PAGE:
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Friday, April 13, 2007
What’s in a Word?
I imagine Don Imus could answer that question pretty well right now. Badly chosen words resulted in a career downfall for him. While I’m hopeful that those of you reading this don’t suffer from the same foot-in-mouth disease, it does serve as a good example of how choosing words carefully can affect your career path. No where is that more true than in your resume.

Most people don’t consider the wording of their resume. Most just sit down and write down what they do – “Managed team of six”, “Designed reports based on quarterly data”, “Supervised programs and plans”. Then you have the small minority that go far overboard on their wording and border on the comical – “Rose above circumstances to rescue failing program from fatal tailspin.”

Choosing the right wording is so important in resume writing. Good writing is clear, powerful and succinct. Good writing doesn’t have to involve flowery phrasing, three-dollar words, or complex compound sentences with highly technical data. In fact, those three writing styles will significantly hurt your candidacy.

The worst problem is the fluff writing or flowery phrases. For some reason, some people seem to think the more adjectives they throw into their resume the better. “Aggressive, self-motivated, enthusiastic, and upstanding senior professional…” is a common offender. That is five adjectives strung together to modify a vague noun that tells the reader nothing. “Senior professional” could be anything from Donald Trump to the manager of the local drive-in.

Fluff writing and over-writing are both signs of poor writing. Some people are just poor writers just as some people are poor at math. Unfortunately, good writing is more in demand in our society than good math skills. We have calculators and spreadsheets for math but Word doesn’t do much with sentence construction. Word won’t tell you when you are coming across too low-level or you sound like you are making things up to fill up page space. Word doesn’t tell you when you are writing in passive voice or when you have created a data dump instead of a resume.

Fortunately, there are some really good writers out there who can help you. Now, if I could only figure out my taxes….

Monday, April 02, 2007
Hot Pursuit
Over the weekend, I watched the movie “The Pursuit of Happyness” with Will Smith. If you are looking for an entertaining, relaxing flick, let me tell you – this is not a good choice. I spent ninety-nine percent of the movie with my teeth clenched as the main character just kept getting hit by one disaster after another. It was exhausting.

But it was also one of those movies that you can’t get out of your mind afterward. If you don’t want to know the end, stop reading now. Basically, the movie is about a fellow who works his way up from the bottom to a multi-millionaire on Wall Street. The obvious lesson from the movie is “keep trying, you can do it”, but there were many other lessons that were more subtle and have a great deal to do with job search and the climb up the ladder.

First of all, what defined this man’s happiness was economic increase and stability. The entire movie revolves around his striving toward economic success on one hand while dealing with total economic disaster on the other, including being homeless. I wonder how many Americans are just one paycheck away from similar situations. On one hand we are striving for financial success while on the other hand we are up to our eyeballs in debt. Something to think about.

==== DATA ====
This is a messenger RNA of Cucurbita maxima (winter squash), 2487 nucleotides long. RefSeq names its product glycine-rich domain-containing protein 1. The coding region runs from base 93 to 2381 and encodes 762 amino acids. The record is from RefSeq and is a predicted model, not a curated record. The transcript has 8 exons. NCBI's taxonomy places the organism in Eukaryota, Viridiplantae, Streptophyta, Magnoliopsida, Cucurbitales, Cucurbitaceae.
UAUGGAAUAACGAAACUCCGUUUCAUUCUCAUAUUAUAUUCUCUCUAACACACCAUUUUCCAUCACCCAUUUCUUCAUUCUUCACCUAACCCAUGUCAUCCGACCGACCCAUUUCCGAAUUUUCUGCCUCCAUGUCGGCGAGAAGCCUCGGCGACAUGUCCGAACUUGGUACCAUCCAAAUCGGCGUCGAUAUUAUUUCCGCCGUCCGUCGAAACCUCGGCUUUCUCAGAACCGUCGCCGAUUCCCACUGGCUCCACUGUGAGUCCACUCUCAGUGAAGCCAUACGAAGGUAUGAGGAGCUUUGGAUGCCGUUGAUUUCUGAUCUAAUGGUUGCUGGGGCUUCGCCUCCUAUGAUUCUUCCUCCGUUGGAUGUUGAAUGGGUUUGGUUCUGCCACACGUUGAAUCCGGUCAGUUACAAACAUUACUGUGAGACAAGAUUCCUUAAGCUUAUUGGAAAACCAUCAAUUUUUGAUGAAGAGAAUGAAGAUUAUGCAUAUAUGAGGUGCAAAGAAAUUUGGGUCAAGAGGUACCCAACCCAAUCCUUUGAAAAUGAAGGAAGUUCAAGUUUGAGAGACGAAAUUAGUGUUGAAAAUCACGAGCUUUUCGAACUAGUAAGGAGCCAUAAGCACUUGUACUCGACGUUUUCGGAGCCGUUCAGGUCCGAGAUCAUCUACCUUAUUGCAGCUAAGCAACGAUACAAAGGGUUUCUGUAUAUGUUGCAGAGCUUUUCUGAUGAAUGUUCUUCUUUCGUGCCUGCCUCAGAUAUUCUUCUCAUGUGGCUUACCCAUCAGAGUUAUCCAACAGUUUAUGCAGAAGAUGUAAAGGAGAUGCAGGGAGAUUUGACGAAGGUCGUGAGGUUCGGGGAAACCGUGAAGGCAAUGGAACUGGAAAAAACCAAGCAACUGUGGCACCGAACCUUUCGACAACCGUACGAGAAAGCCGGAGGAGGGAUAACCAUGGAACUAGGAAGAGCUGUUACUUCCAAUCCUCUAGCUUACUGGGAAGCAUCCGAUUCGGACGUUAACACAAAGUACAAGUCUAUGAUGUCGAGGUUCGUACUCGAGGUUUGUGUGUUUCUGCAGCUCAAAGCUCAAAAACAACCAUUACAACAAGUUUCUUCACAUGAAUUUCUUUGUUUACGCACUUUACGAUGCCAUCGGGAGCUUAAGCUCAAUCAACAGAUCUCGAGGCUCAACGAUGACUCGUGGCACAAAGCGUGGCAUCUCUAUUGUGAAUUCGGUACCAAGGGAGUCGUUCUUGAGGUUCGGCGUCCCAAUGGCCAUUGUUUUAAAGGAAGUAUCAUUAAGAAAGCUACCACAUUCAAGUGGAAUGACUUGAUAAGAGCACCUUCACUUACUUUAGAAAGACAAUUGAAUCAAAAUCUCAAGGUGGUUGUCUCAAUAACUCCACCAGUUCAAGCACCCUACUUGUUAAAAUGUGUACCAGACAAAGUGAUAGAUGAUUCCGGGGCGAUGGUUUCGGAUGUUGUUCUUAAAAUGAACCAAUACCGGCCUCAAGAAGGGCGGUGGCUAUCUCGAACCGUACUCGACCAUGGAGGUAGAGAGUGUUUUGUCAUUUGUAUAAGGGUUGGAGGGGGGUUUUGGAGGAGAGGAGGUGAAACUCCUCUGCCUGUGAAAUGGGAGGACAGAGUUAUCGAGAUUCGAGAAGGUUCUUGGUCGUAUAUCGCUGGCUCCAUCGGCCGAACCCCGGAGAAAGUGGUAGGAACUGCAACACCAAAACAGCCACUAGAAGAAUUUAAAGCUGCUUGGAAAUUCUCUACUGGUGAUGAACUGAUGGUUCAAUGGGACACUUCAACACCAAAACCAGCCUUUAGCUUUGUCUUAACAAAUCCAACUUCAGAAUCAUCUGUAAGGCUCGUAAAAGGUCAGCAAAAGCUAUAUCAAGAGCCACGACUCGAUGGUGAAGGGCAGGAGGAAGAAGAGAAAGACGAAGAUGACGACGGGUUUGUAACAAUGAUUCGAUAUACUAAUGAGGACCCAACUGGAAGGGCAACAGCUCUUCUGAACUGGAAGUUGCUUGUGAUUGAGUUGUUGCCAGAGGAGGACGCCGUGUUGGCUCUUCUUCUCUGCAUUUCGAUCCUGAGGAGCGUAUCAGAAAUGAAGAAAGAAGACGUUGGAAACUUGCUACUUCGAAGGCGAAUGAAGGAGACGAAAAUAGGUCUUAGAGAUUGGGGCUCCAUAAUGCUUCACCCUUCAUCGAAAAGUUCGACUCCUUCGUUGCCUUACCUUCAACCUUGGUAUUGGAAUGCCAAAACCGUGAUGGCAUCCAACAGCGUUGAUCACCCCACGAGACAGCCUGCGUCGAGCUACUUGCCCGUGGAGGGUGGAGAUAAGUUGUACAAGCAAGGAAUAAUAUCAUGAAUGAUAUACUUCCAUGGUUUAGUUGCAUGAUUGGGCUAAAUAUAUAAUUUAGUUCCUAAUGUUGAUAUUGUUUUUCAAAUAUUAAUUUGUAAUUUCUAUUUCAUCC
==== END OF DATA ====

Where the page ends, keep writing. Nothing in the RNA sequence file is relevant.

Another lesson that was more subtle was the role this man’s education played in his career. He only had a high school education but the viewer is given clues throughout the movie that he had a natural talent with numbers. He could solve a Rubik’s cube when no one else could. He mentioned he devoured math books in school. He used this talent to win an opportunity to start a new career as a stock broker. He did not treat his lack of a college degree as a handicap that automatically disqualified him from certain jobs.

A third lesson was that initiative, innovation, and just plain guts go a very long way in making opportunities arise. What seemed like a failure when he didn’t land the big wheel’s account became a bigger success when he landed all the big wheel’s friends’ accounts. All because he took the initiative to go the extra mile. He did something that no one else did and had the guts to go for the big fish.

A fourth (but not final) lesson was he had confidence in himself. First of all, he bought into a medical device that he had to sell by cold calls – a product that was overpriced and had little true value. He trudged the streets making calls on doctors and in the end he sold them all! He had the confidence in himself to show up at his Dean Witter job interview after a night in jail, dressed in paint-spattered clothes and no shirt because he believed in himself. He had the confidence in himself to study long hours, put up with unimaginable hardships and deal with both financial and personal disasters to finish something he started because he believed in himself.

How many people give up in their job search or simply don’t get started because they feel they are too old, too young, not the right race, don’t have a degree, not from the right background, etc.? How many people don’t excel in their work because they don’t believe deep down they can do it? Are you one of them?

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